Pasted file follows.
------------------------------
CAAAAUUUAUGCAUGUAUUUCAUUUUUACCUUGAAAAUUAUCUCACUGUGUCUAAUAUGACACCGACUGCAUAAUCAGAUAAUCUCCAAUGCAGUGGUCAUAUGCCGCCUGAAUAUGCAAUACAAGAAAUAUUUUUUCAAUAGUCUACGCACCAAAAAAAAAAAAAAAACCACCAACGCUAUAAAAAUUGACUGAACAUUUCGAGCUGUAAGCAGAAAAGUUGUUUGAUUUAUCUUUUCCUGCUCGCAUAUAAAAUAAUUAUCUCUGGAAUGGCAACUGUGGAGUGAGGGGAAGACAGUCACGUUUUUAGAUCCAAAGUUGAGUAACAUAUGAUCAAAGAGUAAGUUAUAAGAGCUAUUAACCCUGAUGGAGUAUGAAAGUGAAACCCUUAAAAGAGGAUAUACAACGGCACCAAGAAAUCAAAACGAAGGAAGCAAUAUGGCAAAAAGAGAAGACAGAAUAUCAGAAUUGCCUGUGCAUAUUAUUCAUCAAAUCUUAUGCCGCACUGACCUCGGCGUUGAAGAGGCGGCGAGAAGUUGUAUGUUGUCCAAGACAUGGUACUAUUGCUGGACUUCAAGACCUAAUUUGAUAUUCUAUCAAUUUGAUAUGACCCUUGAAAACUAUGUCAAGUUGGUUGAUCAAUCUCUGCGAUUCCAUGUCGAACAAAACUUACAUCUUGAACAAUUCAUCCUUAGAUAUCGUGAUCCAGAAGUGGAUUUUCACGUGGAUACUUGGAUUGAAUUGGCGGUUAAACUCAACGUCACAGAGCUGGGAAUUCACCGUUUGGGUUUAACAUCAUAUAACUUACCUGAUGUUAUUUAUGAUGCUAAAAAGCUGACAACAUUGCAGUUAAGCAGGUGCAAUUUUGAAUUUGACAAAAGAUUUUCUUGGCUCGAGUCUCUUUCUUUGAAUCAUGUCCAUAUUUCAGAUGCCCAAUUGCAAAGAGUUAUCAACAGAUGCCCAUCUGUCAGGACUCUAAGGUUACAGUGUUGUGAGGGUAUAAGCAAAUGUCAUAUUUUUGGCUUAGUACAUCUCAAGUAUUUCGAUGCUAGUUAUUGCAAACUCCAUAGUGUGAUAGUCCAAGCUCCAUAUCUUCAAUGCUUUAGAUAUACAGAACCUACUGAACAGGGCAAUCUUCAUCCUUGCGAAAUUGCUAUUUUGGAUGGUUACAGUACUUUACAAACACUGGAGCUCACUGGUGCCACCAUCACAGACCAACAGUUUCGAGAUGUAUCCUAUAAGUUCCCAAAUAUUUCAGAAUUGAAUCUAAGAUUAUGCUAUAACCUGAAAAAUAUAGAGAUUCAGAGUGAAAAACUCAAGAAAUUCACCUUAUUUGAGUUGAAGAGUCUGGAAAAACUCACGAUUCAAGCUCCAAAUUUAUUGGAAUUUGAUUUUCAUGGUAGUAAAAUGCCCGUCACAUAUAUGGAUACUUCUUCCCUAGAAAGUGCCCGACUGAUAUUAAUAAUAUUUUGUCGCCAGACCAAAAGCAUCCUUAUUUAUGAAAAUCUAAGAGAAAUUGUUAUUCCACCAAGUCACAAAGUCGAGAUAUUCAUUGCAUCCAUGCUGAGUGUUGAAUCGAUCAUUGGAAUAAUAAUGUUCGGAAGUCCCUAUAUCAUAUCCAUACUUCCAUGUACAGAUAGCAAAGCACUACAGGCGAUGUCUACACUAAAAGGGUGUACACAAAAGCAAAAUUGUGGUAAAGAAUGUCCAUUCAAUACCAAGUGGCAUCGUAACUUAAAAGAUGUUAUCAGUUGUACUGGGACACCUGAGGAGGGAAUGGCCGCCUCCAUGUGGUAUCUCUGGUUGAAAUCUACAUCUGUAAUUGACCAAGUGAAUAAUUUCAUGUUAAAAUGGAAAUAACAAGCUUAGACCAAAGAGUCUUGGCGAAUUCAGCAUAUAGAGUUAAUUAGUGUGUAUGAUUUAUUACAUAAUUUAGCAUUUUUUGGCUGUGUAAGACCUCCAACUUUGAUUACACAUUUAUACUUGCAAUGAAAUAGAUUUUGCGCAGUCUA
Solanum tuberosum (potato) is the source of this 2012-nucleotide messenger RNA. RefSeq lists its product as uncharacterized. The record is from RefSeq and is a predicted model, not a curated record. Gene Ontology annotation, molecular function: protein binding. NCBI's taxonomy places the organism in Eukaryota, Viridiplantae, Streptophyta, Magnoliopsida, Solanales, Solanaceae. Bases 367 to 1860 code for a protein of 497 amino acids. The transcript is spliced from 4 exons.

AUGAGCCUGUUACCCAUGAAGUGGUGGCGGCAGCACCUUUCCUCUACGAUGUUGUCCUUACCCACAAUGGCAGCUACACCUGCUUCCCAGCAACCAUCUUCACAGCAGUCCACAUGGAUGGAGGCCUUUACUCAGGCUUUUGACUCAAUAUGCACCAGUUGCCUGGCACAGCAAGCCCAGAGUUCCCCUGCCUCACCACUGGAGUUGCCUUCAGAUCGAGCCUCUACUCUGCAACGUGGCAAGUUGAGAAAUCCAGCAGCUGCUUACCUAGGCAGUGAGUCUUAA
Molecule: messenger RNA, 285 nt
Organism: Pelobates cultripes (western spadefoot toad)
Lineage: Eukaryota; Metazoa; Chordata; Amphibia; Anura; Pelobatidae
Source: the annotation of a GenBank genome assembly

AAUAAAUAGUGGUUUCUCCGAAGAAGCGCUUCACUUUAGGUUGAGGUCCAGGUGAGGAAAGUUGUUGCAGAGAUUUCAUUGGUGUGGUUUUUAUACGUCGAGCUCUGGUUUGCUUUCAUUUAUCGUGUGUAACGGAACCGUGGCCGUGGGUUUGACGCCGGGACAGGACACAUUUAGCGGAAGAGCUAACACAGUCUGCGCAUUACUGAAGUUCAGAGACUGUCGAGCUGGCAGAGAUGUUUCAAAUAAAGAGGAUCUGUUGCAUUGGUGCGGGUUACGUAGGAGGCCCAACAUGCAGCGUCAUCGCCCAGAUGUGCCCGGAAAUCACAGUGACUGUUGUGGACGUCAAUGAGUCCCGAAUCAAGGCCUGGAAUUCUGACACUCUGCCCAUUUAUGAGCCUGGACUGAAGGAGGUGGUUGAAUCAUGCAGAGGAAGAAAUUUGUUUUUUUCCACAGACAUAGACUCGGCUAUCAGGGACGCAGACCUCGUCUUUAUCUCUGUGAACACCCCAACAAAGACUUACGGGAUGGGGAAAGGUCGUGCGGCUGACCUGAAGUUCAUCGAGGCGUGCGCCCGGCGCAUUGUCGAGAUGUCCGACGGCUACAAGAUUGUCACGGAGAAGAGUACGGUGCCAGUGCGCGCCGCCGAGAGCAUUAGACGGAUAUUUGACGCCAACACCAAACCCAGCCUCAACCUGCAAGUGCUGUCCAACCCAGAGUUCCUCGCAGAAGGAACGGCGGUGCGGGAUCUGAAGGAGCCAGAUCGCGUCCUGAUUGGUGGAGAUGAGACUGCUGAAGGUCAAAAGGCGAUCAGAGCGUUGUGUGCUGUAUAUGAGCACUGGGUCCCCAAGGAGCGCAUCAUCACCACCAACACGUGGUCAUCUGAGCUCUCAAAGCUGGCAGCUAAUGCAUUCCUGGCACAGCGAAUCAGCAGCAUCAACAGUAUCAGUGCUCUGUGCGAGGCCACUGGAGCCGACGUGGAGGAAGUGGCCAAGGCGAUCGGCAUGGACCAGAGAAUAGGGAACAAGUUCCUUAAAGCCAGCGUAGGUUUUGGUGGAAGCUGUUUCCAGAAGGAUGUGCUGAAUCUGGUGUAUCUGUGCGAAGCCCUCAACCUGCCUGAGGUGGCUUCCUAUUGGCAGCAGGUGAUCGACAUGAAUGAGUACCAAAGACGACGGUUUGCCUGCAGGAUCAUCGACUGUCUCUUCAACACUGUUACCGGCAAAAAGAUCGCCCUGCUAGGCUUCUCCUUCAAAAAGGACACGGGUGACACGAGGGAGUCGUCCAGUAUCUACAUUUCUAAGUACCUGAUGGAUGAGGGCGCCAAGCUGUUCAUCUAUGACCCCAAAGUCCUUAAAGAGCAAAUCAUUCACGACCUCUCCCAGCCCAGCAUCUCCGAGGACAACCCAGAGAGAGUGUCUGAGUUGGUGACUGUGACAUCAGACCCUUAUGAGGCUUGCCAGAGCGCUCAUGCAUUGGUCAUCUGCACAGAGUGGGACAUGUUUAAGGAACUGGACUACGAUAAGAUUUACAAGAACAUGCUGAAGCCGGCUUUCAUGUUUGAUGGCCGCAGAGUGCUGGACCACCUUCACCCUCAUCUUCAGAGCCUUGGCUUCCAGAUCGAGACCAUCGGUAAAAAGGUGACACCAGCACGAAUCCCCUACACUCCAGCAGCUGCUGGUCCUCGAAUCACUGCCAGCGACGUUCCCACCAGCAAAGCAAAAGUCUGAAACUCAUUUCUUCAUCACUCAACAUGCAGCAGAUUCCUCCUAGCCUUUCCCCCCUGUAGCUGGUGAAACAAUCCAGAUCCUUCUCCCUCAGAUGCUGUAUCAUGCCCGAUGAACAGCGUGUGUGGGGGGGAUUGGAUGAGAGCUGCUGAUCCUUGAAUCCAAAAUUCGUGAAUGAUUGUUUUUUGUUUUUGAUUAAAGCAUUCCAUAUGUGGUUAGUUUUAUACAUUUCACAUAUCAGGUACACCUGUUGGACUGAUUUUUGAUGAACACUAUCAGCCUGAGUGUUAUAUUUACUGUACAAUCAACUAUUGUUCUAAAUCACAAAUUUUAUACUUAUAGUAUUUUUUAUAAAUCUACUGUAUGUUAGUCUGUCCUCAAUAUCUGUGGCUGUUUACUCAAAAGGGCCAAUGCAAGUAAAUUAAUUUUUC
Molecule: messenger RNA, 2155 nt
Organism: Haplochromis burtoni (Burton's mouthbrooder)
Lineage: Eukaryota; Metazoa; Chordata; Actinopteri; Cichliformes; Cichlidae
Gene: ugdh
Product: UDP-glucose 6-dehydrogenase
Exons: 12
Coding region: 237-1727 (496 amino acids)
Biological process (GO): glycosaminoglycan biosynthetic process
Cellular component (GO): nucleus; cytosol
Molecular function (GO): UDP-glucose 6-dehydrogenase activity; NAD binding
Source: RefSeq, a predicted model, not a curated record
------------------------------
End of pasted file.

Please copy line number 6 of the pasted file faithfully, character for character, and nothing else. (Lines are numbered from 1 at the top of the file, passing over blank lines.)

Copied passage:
Lineage: Eukaryota; Metazoa; Chordata; Amphibia; Anura; Pelobatidae